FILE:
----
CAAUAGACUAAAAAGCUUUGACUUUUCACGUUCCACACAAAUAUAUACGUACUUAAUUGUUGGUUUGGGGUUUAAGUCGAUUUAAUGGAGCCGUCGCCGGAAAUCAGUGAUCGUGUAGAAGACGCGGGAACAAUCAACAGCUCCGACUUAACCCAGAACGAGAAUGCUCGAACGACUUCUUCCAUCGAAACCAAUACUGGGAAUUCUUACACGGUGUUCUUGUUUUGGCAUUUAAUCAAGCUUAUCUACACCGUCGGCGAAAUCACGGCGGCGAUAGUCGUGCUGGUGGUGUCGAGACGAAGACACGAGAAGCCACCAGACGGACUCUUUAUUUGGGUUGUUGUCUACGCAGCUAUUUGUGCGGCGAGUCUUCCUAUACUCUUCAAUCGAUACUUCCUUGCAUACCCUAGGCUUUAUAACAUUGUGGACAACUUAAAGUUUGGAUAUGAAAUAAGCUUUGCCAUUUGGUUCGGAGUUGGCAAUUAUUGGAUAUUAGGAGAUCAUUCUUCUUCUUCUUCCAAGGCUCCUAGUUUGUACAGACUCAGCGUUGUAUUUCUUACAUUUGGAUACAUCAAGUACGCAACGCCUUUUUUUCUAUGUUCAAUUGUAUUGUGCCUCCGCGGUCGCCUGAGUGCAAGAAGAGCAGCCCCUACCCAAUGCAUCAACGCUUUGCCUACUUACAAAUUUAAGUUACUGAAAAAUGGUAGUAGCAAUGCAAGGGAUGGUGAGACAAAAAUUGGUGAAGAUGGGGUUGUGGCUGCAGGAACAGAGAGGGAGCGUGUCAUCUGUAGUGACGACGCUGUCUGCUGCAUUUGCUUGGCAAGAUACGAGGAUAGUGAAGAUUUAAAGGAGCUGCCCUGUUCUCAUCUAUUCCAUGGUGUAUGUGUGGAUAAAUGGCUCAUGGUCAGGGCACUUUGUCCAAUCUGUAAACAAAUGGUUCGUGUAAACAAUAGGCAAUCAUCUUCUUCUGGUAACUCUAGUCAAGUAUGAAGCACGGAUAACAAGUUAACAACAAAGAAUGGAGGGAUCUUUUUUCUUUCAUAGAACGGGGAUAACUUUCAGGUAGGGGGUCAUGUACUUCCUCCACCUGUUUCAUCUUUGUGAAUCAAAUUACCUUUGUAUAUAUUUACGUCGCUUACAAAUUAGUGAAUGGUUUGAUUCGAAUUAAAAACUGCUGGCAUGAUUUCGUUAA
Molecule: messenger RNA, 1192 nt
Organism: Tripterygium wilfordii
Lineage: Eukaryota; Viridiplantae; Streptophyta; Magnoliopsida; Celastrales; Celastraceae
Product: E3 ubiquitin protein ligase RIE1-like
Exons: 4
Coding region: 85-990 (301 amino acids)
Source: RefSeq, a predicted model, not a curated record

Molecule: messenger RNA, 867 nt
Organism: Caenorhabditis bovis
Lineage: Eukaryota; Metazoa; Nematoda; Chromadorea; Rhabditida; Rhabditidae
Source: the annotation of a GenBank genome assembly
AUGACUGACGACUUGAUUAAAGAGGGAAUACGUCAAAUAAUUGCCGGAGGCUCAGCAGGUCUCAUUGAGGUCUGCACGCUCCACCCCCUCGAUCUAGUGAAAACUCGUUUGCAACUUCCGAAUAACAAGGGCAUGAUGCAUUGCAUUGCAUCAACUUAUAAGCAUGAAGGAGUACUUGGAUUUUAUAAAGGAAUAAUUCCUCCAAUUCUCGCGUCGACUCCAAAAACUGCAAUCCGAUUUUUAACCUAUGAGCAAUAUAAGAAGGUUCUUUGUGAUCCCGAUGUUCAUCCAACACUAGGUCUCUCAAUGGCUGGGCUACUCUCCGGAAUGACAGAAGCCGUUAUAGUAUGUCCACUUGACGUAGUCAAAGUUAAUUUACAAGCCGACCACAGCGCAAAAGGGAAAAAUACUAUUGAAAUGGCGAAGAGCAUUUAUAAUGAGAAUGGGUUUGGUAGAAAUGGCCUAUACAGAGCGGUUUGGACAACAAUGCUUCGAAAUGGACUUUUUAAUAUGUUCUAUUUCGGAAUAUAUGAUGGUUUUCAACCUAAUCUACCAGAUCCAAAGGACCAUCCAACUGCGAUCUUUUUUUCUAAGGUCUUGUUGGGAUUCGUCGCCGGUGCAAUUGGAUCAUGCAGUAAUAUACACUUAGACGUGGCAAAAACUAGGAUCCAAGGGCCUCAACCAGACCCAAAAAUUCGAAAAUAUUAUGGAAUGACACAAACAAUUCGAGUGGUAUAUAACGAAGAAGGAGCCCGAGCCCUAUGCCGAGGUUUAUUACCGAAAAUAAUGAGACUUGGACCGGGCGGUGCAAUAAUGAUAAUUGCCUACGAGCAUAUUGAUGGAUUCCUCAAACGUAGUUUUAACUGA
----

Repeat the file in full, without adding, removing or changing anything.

CAAUAGACUAAAAAGCUUUGACUUUUCACGUUCCACACAAAUAUAUACGUACUUAAUUGUUGGUUUGGGGUUUAAGUCGAUUUAAUGGAGCCGUCGCCGGAAAUCAGUGAUCGUGUAGAAGACGCGGGAACAAUCAACAGCUCCGACUUAACCCAGAACGAGAAUGCUCGAACGACUUCUUCCAUCGAAACCAAUACUGGGAAUUCUUACACGGUGUUCUUGUUUUGGCAUUUAAUCAAGCUUAUCUACACCGUCGGCGAAAUCACGGCGGCGAUAGUCGUGCUGGUGGUGUCGAGACGAAGACACGAGAAGCCACCAGACGGACUCUUUAUUUGGGUUGUUGUCUACGCAGCUAUUUGUGCGGCGAGUCUUCCUAUACUCUUCAAUCGAUACUUCCUUGCAUACCCUAGGCUUUAUAACAUUGUGGACAACUUAAAGUUUGGAUAUGAAAUAAGCUUUGCCAUUUGGUUCGGAGUUGGCAAUUAUUGGAUAUUAGGAGAUCAUUCUUCUUCUUCUUCCAAGGCUCCUAGUUUGUACAGACUCAGCGUUGUAUUUCUUACAUUUGGAUACAUCAAGUACGCAACGCCUUUUUUUCUAUGUUCAAUUGUAUUGUGCCUCCGCGGUCGCCUGAGUGCAAGAAGAGCAGCCCCUACCCAAUGCAUCAACGCUUUGCCUACUUACAAAUUUAAGUUACUGAAAAAUGGUAGUAGCAAUGCAAGGGAUGGUGAGACAAAAAUUGGUGAAGAUGGGGUUGUGGCUGCAGGAACAGAGAGGGAGCGUGUCAUCUGUAGUGACGACGCUGUCUGCUGCAUUUGCUUGGCAAGAUACGAGGAUAGUGAAGAUUUAAAGGAGCUGCCCUGUUCUCAUCUAUUCCAUGGUGUAUGUGUGGAUAAAUGGCUCAUGGUCAGGGCACUUUGUCCAAUCUGUAAACAAAUGGUUCGUGUAAACAAUAGGCAAUCAUCUUCUUCUGGUAACUCUAGUCAAGUAUGAAGCACGGAUAACAAGUUAACAACAAAGAAUGGAGGGAUCUUUUUUCUUUCAUAGAACGGGGAUAACUUUCAGGUAGGGGGUCAUGUACUUCCUCCACCUGUUUCAUCUUUGUGAAUCAAAUUACCUUUGUAUAUAUUUACGUCGCUUACAAAUUAGUGAAUGGUUUGAUUCGAAUUAAAAACUGCUGGCAUGAUUUCGUUAA
Molecule: messenger RNA, 1192 nt
Organism: Tripterygium wilfordii
Lineage: Eukaryota; Viridiplantae; Streptophyta; Magnoliopsida; Celastrales; Celastraceae
Product: E3 ubiquitin protein ligase RIE1-like
Exons: 4
Coding region: 85-990 (301 amino acids)
Source: RefSeq, a predicted model, not a curated record

Molecule: messenger RNA, 867 nt
Organism: Caenorhabditis bovis
Lineage: Eukaryota; Metazoa; Nematoda; Chromadorea; Rhabditida; Rhabditidae
Source: the annotation of a GenBank genome assembly
AUGACUGACGACUUGAUUAAAGAGGGAAUACGUCAAAUAAUUGCCGGAGGCUCAGCAGGUCUCAUUGAGGUCUGCACGCUCCACCCCCUCGAUCUAGUGAAAACUCGUUUGCAACUUCCGAAUAACAAGGGCAUGAUGCAUUGCAUUGCAUCAACUUAUAAGCAUGAAGGAGUACUUGGAUUUUAUAAAGGAAUAAUUCCUCCAAUUCUCGCGUCGACUCCAAAAACUGCAAUCCGAUUUUUAACCUAUGAGCAAUAUAAGAAGGUUCUUUGUGAUCCCGAUGUUCAUCCAACACUAGGUCUCUCAAUGGCUGGGCUACUCUCCGGAAUGACAGAAGCCGUUAUAGUAUGUCCACUUGACGUAGUCAAAGUUAAUUUACAAGCCGACCACAGCGCAAAAGGGAAAAAUACUAUUGAAAUGGCGAAGAGCAUUUAUAAUGAGAAUGGGUUUGGUAGAAAUGGCCUAUACAGAGCGGUUUGGACAACAAUGCUUCGAAAUGGACUUUUUAAUAUGUUCUAUUUCGGAAUAUAUGAUGGUUUUCAACCUAAUCUACCAGAUCCAAAGGACCAUCCAACUGCGAUCUUUUUUUCUAAGGUCUUGUUGGGAUUCGUCGCCGGUGCAAUUGGAUCAUGCAGUAAUAUACACUUAGACGUGGCAAAAACUAGGAUCCAAGGGCCUCAACCAGACCCAAAAAUUCGAAAAUAUUAUGGAAUGACACAAACAAUUCGAGUGGUAUAUAACGAAGAAGGAGCCCGAGCCCUAUGCCGAGGUUUAUUACCGAAAAUAAUGAGACUUGGACCGGGCGGUGCAAUAAUGAUAAUUGCCUACGAGCAUAUUGAUGGAUUCCUCAAACGUAGUUUUAACUGA